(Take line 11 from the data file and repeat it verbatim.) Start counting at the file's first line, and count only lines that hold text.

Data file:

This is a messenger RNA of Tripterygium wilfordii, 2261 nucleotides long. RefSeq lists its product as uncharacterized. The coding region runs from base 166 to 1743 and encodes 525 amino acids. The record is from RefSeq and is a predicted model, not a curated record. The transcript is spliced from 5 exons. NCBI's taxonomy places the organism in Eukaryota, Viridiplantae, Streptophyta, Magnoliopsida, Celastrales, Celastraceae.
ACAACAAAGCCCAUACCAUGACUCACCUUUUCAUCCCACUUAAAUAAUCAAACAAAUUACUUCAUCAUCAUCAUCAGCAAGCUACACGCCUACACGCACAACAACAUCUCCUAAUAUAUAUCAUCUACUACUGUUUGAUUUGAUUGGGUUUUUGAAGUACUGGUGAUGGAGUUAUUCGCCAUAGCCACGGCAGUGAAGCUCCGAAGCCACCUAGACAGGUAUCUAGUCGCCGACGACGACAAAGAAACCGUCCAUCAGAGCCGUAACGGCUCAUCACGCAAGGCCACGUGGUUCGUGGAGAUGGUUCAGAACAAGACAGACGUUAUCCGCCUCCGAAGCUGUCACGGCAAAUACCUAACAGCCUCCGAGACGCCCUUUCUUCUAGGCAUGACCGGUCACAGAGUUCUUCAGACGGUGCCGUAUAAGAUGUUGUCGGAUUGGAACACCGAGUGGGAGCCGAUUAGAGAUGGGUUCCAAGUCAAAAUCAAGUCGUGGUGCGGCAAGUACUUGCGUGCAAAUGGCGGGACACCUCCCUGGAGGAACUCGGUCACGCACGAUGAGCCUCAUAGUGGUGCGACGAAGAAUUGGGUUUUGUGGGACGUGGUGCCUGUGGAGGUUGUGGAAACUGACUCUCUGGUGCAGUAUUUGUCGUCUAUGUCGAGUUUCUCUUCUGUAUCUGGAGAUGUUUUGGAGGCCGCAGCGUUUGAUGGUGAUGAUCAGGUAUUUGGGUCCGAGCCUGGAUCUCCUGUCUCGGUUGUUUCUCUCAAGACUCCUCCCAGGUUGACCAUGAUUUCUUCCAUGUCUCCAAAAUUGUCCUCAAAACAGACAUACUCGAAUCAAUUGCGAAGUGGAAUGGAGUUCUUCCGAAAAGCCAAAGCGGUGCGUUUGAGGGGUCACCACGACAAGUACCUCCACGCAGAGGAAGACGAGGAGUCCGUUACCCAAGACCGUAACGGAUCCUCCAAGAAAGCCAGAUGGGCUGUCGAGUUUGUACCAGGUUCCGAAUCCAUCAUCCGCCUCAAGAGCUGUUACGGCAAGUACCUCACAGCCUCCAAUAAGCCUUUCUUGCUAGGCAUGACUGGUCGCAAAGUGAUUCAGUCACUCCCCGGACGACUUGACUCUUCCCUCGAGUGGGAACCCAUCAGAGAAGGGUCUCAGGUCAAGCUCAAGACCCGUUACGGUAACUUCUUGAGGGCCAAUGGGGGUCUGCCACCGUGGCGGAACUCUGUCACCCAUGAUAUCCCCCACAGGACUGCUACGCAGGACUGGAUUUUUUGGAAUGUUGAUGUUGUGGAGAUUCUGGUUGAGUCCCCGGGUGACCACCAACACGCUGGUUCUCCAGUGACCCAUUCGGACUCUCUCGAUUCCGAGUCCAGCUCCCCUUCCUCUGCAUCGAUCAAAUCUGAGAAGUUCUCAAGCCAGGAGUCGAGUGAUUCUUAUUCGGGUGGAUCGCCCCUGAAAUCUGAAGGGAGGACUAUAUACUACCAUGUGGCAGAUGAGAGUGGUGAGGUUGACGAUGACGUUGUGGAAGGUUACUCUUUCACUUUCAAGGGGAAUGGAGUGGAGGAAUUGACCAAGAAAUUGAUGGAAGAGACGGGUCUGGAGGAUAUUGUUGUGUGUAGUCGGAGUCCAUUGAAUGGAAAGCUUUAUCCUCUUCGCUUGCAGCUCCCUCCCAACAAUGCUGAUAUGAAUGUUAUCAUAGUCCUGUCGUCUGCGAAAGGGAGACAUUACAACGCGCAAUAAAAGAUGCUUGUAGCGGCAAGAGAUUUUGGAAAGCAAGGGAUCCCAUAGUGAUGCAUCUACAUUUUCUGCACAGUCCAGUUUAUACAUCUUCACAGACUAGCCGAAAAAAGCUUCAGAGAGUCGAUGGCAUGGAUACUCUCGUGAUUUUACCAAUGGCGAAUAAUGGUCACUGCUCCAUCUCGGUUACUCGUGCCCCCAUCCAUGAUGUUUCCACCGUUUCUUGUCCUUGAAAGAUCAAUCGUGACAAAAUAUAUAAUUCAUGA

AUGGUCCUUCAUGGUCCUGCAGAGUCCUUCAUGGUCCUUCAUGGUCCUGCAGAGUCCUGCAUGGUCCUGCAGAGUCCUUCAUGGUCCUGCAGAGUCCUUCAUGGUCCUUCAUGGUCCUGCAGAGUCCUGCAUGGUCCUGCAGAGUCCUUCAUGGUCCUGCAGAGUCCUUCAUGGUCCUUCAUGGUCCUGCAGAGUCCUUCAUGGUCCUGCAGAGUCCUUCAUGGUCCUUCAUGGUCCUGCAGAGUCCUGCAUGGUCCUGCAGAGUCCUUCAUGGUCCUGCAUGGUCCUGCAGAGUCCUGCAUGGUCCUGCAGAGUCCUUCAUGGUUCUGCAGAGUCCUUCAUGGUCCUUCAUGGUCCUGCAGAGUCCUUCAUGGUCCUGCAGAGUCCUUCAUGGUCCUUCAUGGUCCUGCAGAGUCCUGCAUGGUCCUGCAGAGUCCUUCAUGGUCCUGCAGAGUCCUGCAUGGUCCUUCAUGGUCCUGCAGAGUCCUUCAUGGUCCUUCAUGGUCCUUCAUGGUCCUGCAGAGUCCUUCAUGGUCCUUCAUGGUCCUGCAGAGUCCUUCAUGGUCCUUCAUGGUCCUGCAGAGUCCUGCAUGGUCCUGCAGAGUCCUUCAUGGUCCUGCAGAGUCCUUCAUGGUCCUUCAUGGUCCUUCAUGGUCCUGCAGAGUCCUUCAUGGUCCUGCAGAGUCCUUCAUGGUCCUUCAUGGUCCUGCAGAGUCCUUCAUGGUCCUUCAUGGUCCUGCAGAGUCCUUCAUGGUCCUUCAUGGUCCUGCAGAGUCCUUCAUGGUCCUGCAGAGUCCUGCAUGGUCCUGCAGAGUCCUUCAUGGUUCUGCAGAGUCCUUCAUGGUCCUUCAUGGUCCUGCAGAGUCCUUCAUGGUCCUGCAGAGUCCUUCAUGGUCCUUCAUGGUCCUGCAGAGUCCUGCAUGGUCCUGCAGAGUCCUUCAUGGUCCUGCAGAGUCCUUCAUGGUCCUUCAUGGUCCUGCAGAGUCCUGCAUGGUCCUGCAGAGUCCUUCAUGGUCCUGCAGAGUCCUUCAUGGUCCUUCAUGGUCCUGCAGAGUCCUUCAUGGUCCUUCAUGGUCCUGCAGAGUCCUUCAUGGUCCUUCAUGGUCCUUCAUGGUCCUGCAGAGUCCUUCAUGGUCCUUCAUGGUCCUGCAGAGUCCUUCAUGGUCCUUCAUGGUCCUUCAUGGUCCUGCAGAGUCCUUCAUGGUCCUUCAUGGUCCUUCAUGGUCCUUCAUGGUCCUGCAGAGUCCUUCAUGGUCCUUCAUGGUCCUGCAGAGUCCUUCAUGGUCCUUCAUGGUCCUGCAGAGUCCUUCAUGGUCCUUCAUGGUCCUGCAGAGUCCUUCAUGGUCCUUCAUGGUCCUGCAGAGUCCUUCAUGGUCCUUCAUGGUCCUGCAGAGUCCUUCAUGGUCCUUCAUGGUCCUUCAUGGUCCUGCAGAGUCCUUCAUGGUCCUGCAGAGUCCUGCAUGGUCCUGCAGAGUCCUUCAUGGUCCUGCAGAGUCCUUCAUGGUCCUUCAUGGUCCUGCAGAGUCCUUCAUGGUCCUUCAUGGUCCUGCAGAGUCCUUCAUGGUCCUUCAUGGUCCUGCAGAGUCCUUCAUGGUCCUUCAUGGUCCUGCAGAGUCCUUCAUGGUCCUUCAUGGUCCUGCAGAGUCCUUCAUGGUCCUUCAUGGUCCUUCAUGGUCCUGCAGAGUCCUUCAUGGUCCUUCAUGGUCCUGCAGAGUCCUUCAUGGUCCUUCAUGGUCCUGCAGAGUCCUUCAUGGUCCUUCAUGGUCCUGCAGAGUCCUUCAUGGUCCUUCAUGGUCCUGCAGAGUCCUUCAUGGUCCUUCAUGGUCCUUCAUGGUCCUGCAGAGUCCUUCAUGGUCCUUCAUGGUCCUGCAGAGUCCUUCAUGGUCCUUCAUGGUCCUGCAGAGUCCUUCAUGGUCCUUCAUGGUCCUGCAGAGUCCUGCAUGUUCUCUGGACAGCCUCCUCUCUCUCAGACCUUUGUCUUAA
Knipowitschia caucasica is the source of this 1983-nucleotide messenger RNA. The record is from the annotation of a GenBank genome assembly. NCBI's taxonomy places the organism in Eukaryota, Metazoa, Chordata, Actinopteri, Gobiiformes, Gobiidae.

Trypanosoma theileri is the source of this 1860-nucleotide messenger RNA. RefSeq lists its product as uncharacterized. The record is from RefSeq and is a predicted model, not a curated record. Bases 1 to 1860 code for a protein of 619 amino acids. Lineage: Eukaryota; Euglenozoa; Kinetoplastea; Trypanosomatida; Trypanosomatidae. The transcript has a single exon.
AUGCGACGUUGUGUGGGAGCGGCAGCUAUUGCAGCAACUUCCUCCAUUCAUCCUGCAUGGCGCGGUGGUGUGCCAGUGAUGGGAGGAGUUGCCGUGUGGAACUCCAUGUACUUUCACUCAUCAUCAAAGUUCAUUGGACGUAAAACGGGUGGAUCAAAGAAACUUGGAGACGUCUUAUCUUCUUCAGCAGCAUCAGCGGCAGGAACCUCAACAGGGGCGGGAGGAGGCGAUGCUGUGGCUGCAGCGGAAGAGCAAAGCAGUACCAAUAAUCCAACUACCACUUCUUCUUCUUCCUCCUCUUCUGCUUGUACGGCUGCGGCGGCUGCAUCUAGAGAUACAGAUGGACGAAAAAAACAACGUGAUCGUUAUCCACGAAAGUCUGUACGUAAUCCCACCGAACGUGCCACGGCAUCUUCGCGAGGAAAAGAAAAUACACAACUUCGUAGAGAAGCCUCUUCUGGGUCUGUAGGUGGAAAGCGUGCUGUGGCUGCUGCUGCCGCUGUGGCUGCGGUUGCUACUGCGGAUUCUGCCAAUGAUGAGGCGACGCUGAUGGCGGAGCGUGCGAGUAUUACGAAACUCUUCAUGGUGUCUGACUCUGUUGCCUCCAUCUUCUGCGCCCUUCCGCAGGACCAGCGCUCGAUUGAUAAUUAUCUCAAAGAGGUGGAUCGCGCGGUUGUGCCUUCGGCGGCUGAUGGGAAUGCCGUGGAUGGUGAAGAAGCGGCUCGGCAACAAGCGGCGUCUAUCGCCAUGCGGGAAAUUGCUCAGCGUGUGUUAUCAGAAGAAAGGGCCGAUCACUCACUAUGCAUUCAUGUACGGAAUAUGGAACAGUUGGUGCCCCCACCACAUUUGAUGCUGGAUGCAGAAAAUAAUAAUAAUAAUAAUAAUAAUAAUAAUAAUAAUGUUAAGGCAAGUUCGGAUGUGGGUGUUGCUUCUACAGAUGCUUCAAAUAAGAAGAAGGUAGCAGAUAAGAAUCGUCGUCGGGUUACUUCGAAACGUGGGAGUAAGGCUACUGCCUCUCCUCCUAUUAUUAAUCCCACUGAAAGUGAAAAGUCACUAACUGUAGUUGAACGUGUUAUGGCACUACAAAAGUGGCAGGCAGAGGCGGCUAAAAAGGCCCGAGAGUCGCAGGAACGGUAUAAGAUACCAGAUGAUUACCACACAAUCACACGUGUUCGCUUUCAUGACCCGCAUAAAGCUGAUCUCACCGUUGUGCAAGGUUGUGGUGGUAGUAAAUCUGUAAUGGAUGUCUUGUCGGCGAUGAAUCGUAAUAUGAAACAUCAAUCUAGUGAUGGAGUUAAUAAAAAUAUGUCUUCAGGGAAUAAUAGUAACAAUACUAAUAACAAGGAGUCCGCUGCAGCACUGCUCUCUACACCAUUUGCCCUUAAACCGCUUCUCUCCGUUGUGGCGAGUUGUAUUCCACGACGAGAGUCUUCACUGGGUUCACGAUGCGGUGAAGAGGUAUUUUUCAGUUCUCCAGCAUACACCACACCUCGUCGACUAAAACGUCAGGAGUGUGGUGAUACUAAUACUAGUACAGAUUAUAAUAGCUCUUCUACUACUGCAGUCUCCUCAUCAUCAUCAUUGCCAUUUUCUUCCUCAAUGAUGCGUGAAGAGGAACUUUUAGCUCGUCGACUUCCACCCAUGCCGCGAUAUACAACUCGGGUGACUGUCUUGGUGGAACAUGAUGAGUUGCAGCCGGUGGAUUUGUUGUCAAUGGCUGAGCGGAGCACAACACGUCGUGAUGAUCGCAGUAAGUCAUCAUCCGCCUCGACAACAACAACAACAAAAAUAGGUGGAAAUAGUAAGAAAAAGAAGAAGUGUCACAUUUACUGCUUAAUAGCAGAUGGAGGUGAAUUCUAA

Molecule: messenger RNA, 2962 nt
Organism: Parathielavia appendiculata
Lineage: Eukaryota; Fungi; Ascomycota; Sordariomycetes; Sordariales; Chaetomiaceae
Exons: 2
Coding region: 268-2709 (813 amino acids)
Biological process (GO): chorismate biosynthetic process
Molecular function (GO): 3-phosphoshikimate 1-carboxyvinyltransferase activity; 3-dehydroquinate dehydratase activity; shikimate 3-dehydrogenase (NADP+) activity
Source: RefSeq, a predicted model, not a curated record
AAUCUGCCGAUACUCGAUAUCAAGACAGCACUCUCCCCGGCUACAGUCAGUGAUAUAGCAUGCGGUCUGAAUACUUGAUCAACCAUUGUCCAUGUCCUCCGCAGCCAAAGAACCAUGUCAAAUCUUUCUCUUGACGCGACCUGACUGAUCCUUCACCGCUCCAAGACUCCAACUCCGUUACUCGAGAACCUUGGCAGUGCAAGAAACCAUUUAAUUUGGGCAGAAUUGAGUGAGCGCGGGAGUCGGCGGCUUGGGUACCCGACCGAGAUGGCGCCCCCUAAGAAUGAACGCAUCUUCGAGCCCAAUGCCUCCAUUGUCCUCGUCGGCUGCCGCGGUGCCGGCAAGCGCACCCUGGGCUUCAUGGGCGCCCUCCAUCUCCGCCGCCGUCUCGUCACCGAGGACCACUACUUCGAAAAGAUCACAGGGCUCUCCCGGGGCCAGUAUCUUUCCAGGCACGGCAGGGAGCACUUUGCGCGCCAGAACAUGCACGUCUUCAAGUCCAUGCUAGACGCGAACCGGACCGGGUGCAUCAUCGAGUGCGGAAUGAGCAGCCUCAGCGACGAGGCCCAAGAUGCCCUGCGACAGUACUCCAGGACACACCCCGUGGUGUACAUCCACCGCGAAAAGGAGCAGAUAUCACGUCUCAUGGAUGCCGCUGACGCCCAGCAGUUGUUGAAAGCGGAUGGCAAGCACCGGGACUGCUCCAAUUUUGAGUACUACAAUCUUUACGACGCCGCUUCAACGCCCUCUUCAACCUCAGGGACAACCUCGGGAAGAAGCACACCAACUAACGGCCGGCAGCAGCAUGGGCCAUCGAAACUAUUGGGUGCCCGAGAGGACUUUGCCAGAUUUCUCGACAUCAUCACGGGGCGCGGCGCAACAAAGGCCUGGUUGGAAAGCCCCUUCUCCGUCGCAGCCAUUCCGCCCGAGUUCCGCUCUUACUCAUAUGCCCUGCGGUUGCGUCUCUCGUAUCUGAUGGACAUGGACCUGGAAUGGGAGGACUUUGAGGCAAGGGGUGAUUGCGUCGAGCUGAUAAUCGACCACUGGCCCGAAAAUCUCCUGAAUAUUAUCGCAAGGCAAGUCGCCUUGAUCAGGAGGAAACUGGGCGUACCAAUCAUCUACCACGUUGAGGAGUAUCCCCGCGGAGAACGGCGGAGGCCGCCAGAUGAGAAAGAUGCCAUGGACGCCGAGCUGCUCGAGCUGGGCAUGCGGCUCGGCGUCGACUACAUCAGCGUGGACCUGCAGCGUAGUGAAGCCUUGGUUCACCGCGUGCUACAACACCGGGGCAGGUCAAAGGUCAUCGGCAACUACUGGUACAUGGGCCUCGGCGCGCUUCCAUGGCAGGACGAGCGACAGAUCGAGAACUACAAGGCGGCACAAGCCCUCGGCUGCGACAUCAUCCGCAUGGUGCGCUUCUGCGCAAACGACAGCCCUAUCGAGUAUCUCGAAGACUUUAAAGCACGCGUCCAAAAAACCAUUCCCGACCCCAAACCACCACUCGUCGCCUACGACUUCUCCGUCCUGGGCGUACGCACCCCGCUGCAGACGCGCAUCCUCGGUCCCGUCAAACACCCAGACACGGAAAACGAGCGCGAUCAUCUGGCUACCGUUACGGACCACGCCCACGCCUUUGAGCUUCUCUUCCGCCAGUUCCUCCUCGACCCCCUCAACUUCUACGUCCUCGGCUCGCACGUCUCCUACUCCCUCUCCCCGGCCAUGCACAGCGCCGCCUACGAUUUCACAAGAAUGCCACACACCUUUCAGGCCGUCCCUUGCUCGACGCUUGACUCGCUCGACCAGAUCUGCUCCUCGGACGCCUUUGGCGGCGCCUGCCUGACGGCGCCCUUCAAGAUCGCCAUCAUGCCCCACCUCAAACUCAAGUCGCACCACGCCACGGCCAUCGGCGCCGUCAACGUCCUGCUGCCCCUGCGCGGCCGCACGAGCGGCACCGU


Coding region: 268-2709 (813 amino acids)